Kazakh, British Experts Discuss Critical Mineral Exploration and Development

LONDON – The U.K.-based companies are expanding their mining and metallurgical operations in Kazakhstan, as the country’s strong potential in critical minerals exploration and development aligns with the United Kingdom’s industrial strategy. This was noted at the webinar organized by the British-Kazakh Society (BKS) on April 6, which explored key trends and drivers for industrial cooperation between the two countries. 

Photo credit: The Astana Times.

“Kazakhstan has a large reserve of minerals and a political will to develop rare earth deposits. As the world looks forward to diversifying supplies of critical minerals, Kazakhstan is at the forefront among other countries,” said Dilyara Tektigul, Regional Mining Lead at the Department for Business and Trade at the British Embassy in Astana, who moderated the online event.

The online panel discussion was hosted by BKS Director David Skeels.

The UK critical minerals list (18). The criteria listed in the table relate to Kazakhstan. Photo credit: Dmitriy Tkachenko.

Jeff Townsend, the co-founder of the Critical Minerals Association, a British industry-led organization set up in 2020 to ensure secure and sustainable critical mineral supply chains, noted that the UK is “not blessed with geology and has historically been a down-stream producer.” 

“The UK has decided to do more to create an alternative supply chain, support this growth internationally, and make sure it is done in the right way through environmental, social, and governance compliance. It started to build relationships with like-minded nations and partner nations, and cooperation with Kazakhstan is one of the leading partnerships,” Townsend said. 

He mentioned the UK’s first-ever critical minerals strategy adopted in July last year, which aims to accelerate the growth of domestic capabilities, ensure collaboration with international partners and enhance international markets by making them more responsive, transparent, and responsible.  

“The British government has identified the required 18 critical minerals, a range from antimony and bismuth to tantalum, tellurium, magnesium, and niobium. Kazakhstan is going to be one of the key partners of the UK if it is to meet its industrial strategy. We simply cannot do it without our partner nations and our friends helping us to build up an integrated mid-stream production,” he said.  

Speaking about Kazakhstan’s prospects, Turar Zholmagambetov, deputy chairman of the Industrial Development Committee at the Kazakh Ministry of Industry and Infrastructure Development, said that among 18 critical minerals identified by the UK, Kazakhstan has eight of them already in production. “And in the medium term, it is planned to launch a project for processing cobalt, lithium, tin, and tungsten as well,” he added.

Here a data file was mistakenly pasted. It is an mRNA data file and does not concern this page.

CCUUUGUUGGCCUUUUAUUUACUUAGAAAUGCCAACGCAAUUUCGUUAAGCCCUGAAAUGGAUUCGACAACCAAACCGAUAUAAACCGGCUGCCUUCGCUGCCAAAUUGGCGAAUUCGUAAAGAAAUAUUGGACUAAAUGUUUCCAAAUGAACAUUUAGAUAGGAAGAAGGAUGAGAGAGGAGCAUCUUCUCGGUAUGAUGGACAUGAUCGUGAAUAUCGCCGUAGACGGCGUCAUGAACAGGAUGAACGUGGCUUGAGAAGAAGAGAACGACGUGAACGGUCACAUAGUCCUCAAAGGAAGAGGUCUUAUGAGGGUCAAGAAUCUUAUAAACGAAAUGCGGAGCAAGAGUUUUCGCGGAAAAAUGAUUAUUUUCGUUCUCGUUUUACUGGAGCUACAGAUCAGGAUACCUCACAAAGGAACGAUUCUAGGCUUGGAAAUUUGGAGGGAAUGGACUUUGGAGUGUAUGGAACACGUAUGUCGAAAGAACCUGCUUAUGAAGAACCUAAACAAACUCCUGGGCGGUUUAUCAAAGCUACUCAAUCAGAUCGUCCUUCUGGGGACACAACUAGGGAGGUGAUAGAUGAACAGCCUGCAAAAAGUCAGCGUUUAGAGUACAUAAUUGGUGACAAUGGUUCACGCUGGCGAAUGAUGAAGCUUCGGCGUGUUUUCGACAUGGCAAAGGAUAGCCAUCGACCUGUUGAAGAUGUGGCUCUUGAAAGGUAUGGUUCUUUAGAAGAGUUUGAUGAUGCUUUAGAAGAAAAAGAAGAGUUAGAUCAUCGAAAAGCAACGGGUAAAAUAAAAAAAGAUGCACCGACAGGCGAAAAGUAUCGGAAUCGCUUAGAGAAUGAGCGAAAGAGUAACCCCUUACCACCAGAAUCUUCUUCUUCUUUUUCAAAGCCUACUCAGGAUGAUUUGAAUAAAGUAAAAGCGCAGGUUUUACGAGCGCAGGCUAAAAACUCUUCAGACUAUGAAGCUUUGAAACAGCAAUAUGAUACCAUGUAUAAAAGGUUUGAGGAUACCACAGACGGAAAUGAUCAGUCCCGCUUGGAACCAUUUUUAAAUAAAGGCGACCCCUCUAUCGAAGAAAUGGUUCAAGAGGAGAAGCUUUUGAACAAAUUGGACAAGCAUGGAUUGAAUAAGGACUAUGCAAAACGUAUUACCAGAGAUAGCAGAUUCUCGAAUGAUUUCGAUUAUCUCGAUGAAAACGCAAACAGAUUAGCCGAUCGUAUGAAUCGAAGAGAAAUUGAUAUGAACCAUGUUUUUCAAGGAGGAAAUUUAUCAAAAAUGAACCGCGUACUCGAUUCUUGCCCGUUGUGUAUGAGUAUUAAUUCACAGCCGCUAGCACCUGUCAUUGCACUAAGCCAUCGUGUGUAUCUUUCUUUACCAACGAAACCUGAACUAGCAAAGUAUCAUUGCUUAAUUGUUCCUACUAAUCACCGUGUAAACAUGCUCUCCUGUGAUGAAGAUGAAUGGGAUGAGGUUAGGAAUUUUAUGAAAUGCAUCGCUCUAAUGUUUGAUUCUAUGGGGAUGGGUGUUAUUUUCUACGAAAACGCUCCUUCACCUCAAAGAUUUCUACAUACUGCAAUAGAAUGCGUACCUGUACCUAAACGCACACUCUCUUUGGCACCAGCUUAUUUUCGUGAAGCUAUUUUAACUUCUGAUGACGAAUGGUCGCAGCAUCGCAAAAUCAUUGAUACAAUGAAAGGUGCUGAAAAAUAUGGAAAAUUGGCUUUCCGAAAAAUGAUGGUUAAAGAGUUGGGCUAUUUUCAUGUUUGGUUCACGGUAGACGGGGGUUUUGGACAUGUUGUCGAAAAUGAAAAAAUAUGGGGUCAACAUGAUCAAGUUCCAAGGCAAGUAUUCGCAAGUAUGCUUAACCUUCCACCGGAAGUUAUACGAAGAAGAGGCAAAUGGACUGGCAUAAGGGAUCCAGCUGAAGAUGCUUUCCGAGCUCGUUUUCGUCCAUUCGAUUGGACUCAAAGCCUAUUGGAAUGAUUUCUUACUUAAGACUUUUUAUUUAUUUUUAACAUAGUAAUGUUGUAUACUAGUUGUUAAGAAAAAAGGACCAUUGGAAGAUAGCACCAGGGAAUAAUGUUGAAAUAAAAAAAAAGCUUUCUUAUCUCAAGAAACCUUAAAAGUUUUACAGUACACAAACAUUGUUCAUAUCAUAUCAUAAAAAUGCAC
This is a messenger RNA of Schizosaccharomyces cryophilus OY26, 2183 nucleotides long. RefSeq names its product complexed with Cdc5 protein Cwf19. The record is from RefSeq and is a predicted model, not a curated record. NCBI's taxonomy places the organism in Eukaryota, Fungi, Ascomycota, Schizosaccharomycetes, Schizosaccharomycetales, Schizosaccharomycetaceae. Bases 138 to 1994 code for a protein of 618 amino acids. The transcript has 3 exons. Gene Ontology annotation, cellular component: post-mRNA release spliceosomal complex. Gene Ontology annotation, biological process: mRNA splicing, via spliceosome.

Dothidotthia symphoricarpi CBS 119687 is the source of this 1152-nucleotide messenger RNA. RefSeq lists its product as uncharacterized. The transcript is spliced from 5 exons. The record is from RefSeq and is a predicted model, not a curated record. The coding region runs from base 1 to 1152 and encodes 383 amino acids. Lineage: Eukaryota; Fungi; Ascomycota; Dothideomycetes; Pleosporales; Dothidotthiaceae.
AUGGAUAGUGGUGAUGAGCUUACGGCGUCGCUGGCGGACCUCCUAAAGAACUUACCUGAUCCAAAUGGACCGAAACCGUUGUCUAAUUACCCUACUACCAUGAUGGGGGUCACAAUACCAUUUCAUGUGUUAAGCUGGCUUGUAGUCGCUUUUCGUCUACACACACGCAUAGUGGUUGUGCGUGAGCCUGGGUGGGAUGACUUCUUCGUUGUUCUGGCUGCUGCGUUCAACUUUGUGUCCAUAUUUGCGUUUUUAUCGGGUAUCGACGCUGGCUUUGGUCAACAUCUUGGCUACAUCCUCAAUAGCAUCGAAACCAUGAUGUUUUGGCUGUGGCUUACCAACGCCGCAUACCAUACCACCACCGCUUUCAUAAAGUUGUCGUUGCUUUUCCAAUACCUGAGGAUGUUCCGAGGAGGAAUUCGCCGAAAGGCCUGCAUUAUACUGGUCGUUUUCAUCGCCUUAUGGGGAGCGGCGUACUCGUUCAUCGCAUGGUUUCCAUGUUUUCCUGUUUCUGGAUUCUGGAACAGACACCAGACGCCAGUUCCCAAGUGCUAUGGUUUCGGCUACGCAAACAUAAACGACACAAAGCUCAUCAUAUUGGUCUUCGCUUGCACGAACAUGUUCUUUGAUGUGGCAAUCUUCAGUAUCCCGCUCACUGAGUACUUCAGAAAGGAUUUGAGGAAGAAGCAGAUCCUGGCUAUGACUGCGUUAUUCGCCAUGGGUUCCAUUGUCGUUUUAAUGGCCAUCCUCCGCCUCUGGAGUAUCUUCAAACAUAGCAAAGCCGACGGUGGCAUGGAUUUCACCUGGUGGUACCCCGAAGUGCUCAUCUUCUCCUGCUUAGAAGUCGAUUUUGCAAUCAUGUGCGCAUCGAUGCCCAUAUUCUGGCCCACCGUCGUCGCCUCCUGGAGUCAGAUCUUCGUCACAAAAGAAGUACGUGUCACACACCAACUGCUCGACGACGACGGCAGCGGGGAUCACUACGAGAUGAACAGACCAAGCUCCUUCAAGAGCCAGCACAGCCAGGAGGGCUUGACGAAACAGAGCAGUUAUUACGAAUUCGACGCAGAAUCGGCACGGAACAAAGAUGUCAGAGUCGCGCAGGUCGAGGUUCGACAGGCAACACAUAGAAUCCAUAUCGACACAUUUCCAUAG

The UK-based companies that are operating today in the mining and metallurgy sector of Kazakhstan include Arras Minerals, Central Asia Metals, Ferro-Alloy Resources, and Rio Tinto. The Meritan House British company has recently signed an agreement with Zhezkazganredmet, a Kazakh rare metals producer, on the production of rhenium and the attraction of technologies for the extraction of rare earth metallurgy. 

“Kazakhstan is intensively attracting its foreign partners. For example, we held an auction for the granting of subsoil use rights in May, where we presented 25 of our deposits. Taking this opportunity, I would also like to invite all the participants to the Astana Mining and Metallurgy International Congress 2023 on June 1-2 on rare earth metallurgy with the participation of international experts,” said Zholmagambetov. 

Dmitriy Tkachenko, a board member at the Chamber of Foreign Companies, highlighted Kazakhstan’s potential to become a key nickel and cobalt supplier in the future. 

“Kazakhstan has significant reserves of nickel and cobalt. The main challenge is to find a proper combination of processing technologies for initial enrichment and conduct a hydrometallurgical process for the recovery of nickel,” he said. 

Tkachenko underlined the growing importance of copper, saying that “it is not considered a critical metal, but remains crucial for the green economy, as it is one of the main metals for electric engines.” He emphasized that Kazakhstan’s potential in copper is substantial due to the availability of prospective deposits. 

Ferro-Alloy Resources CEO Nick Bridgen focused on the development of the Balasauyskandyk vanadium ore deposit in the Kyzylorda Region of Kazakhstan. In his opinion, its exceptional characteristics are important for green economy development, making their project both environmentally friendly and cost-effective.  

Compared with world reserves, Kazakhstan ranks first for total reserves and quality of chrome ores, second in reserves and resources of uranium and silver, and third for reserves of lead and proven reserves of manganese ores. 

Three weeks ago, British Foreign Secretary James Cleverly and Bolat Akchulakov, then Energy Minister and currently Adviser to the President, signed a memorandum on a strategic partnership between Kazakhstan and the UK during Cleverly’s first visit to the Kazakh capital.  

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